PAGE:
So, were these guys to attempt a stunt like that, and should reports surface of it in more dependable news sources, a loyal Fox News watching Bush supporter wouldnít have to think twice about his response: "liberal media propaganda!" then Bush would make a rare appearance, stammer his way through some clumsily glib denial as naked fear and confusion periodically crossed his face, and that would be that. And that is how it has gone, through Halliburton scandals, cocaine scandals, courtroom scandals, energy scandals, and now the 9/11 scandal. In front of the world, Bush addressed reporters and made the infuriating case that a memo titled Bin Laden Determined to Strike in US "Said nothing about an attack on America." He went on to complain that the memo didnít provide a time and place of imminent attack. Balls. No one ever gets that. Itís obvious that these guys just kind of missed this stuff, and I for one would have a little more respect for the guy if he just said, "Listen. I was on vacation, OK? I donít know anything about what goes on around here anyway. Go bother an adult, willya?" Incurious George canít even testify in secret without uncle Dick to protect him. How do Bush supporters defend that tactic, I wonder? Iím sure they have a line for it, one that sounds simple, and spells easy. And thatís that.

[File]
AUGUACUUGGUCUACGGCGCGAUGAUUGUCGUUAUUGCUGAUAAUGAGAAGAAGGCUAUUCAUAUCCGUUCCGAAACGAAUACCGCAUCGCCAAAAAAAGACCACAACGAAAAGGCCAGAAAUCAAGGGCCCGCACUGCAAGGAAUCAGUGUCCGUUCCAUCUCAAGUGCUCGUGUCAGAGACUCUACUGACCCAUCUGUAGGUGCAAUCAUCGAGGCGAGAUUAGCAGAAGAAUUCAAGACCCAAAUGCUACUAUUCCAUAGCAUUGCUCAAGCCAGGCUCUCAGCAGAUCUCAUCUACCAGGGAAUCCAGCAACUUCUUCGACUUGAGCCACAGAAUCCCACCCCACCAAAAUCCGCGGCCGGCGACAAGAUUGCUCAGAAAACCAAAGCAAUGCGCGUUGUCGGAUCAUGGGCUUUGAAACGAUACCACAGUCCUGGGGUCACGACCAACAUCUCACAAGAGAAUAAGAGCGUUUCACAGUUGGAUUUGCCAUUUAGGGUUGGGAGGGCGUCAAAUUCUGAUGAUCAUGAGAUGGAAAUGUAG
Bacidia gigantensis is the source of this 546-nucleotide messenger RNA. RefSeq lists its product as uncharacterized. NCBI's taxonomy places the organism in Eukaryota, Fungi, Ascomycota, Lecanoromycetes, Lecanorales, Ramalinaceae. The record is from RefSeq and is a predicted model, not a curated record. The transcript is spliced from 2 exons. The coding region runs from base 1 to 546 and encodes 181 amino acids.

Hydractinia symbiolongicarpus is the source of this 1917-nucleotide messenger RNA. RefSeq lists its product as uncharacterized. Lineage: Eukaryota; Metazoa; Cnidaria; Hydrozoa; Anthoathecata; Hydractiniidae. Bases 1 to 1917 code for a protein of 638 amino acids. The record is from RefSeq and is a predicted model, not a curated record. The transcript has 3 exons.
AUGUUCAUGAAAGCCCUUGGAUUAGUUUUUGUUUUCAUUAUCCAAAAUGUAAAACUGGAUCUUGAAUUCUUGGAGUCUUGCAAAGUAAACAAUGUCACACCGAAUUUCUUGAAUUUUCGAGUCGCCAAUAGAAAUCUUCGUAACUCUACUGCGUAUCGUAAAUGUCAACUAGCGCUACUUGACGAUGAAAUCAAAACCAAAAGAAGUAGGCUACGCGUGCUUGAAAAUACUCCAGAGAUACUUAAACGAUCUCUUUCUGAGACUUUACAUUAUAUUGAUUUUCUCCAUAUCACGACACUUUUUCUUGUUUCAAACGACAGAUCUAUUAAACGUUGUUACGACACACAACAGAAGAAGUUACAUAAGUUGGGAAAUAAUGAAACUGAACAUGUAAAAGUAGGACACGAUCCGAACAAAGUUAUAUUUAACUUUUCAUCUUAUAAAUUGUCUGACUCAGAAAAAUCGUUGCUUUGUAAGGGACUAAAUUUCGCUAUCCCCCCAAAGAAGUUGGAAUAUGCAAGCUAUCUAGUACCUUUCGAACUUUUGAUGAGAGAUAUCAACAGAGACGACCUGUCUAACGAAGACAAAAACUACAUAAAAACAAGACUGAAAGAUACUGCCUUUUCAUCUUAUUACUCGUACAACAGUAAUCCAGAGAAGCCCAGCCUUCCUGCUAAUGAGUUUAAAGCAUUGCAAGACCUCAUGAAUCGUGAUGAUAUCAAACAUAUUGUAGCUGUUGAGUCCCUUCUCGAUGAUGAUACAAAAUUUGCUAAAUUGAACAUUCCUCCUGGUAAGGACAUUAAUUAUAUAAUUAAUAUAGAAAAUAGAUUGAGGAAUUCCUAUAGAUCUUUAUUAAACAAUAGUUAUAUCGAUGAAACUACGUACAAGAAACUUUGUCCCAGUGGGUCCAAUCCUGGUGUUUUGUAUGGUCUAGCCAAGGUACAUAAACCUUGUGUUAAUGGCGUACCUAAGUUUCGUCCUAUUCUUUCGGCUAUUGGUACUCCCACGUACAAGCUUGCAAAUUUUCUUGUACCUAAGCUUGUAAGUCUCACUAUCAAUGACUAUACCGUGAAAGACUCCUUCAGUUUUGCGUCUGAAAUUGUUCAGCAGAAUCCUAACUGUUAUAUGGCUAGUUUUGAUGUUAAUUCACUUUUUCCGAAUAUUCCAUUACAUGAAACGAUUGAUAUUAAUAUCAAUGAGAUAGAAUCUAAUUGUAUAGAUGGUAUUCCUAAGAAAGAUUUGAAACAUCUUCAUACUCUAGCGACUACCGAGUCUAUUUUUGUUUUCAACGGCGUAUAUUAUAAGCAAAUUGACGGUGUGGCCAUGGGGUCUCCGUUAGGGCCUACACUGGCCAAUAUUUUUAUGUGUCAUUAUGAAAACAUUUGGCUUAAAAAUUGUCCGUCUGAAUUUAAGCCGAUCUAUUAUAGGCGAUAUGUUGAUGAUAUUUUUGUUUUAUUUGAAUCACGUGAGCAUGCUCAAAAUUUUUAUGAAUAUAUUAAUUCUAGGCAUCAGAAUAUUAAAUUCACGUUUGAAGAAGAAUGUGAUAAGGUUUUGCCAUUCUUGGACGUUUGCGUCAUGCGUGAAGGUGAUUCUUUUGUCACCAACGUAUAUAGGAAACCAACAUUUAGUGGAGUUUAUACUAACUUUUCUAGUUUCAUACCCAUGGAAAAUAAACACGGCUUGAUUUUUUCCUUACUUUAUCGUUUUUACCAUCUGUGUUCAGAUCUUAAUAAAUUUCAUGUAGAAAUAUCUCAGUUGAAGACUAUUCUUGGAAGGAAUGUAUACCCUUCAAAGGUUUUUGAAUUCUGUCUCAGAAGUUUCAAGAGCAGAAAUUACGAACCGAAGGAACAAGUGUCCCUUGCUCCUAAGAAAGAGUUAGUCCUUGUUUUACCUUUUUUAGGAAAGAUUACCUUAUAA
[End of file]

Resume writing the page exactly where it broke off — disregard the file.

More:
But thatís not that. This isnít a sport. These guys are lying, and you all know itóall of you. Stop helping them; theyíre not helping you, unless you make enough money not to have to pay taxes at all, like Pepsi. Theyíre keeping everything they do secret, and totally refusing to budge on letting anyone, even congress or the courts, in on it. We all know theyíre hiding something with that energy committee. Antonin Scalia wonít let anyone tape record himówhy? Is he afraid of losing profits to bootleggers, who will sell numerous copies of twelfth-generation tapes to roving bands of Scalia-heads? Why would anyone continue to associate themselves with this gang of power mad sociopaths, let alone defend them? The truth will out eventually. The writing is on the wall, folks, and itís written in the blood of our slack-jawed young soldiers. Youíd better rethink this election thingódonít you want to be on the winning team?